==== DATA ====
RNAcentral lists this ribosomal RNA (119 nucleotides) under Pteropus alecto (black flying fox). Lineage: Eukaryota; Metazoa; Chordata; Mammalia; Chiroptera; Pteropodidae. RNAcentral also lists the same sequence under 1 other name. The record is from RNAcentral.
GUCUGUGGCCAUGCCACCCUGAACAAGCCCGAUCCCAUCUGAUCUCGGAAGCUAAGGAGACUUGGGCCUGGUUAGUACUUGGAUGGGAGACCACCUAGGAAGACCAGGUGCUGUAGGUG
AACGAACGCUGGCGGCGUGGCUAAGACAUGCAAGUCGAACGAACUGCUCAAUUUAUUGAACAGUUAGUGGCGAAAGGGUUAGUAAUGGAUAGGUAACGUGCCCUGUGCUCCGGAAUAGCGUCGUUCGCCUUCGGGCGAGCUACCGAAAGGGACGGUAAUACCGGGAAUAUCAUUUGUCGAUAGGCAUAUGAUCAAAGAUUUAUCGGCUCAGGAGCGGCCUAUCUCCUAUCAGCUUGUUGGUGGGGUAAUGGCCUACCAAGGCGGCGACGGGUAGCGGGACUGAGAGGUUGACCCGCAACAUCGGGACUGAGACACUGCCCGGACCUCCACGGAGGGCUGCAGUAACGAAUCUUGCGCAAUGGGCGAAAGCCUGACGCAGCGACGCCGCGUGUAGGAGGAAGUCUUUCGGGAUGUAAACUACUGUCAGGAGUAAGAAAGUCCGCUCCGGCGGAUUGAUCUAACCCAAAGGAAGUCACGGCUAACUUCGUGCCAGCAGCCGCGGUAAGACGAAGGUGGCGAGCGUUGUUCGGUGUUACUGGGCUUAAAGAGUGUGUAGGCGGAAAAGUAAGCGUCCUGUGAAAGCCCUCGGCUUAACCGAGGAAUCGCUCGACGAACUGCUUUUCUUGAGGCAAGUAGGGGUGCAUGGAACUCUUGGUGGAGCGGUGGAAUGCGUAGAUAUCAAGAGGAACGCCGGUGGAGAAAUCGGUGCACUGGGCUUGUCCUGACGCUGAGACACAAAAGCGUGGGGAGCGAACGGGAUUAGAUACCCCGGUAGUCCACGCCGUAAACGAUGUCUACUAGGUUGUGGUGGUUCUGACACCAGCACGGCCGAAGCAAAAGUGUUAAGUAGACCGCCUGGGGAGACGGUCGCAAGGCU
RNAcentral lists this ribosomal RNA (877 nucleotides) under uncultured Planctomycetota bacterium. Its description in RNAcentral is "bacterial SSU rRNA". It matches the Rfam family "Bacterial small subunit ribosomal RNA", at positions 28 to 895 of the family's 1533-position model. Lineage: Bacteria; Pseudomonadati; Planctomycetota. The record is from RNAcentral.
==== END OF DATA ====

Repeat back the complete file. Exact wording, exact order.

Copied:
RNAcentral lists this ribosomal RNA (119 nucleotides) under Pteropus alecto (black flying fox). Lineage: Eukaryota; Metazoa; Chordata; Mammalia; Chiroptera; Pteropodidae. RNAcentral also lists the same sequence under 1 other name. The record is from RNAcentral.
GUCUGUGGCCAUGCCACCCUGAACAAGCCCGAUCCCAUCUGAUCUCGGAAGCUAAGGAGACUUGGGCCUGGUUAGUACUUGGAUGGGAGACCACCUAGGAAGACCAGGUGCUGUAGGUG
AACGAACGCUGGCGGCGUGGCUAAGACAUGCAAGUCGAACGAACUGCUCAAUUUAUUGAACAGUUAGUGGCGAAAGGGUUAGUAAUGGAUAGGUAACGUGCCCUGUGCUCCGGAAUAGCGUCGUUCGCCUUCGGGCGAGCUACCGAAAGGGACGGUAAUACCGGGAAUAUCAUUUGUCGAUAGGCAUAUGAUCAAAGAUUUAUCGGCUCAGGAGCGGCCUAUCUCCUAUCAGCUUGUUGGUGGGGUAAUGGCCUACCAAGGCGGCGACGGGUAGCGGGACUGAGAGGUUGACCCGCAACAUCGGGACUGAGACACUGCCCGGACCUCCACGGAGGGCUGCAGUAACGAAUCUUGCGCAAUGGGCGAAAGCCUGACGCAGCGACGCCGCGUGUAGGAGGAAGUCUUUCGGGAUGUAAACUACUGUCAGGAGUAAGAAAGUCCGCUCCGGCGGAUUGAUCUAACCCAAAGGAAGUCACGGCUAACUUCGUGCCAGCAGCCGCGGUAAGACGAAGGUGGCGAGCGUUGUUCGGUGUUACUGGGCUUAAAGAGUGUGUAGGCGGAAAAGUAAGCGUCCUGUGAAAGCCCUCGGCUUAACCGAGGAAUCGCUCGACGAACUGCUUUUCUUGAGGCAAGUAGGGGUGCAUGGAACUCUUGGUGGAGCGGUGGAAUGCGUAGAUAUCAAGAGGAACGCCGGUGGAGAAAUCGGUGCACUGGGCUUGUCCUGACGCUGAGACACAAAAGCGUGGGGAGCGAACGGGAUUAGAUACCCCGGUAGUCCACGCCGUAAACGAUGUCUACUAGGUUGUGGUGGUUCUGACACCAGCACGGCCGAAGCAAAAGUGUUAAGUAGACCGCCUGGGGAGACGGUCGCAAGGCU
RNAcentral lists this ribosomal RNA (877 nucleotides) under uncultured Planctomycetota bacterium. Its description in RNAcentral is "bacterial SSU rRNA". It matches the Rfam family "Bacterial small subunit ribosomal RNA", at positions 28 to 895 of the family's 1533-position model. Lineage: Bacteria; Pseudomonadati; Planctomycetota. The record is from RNAcentral.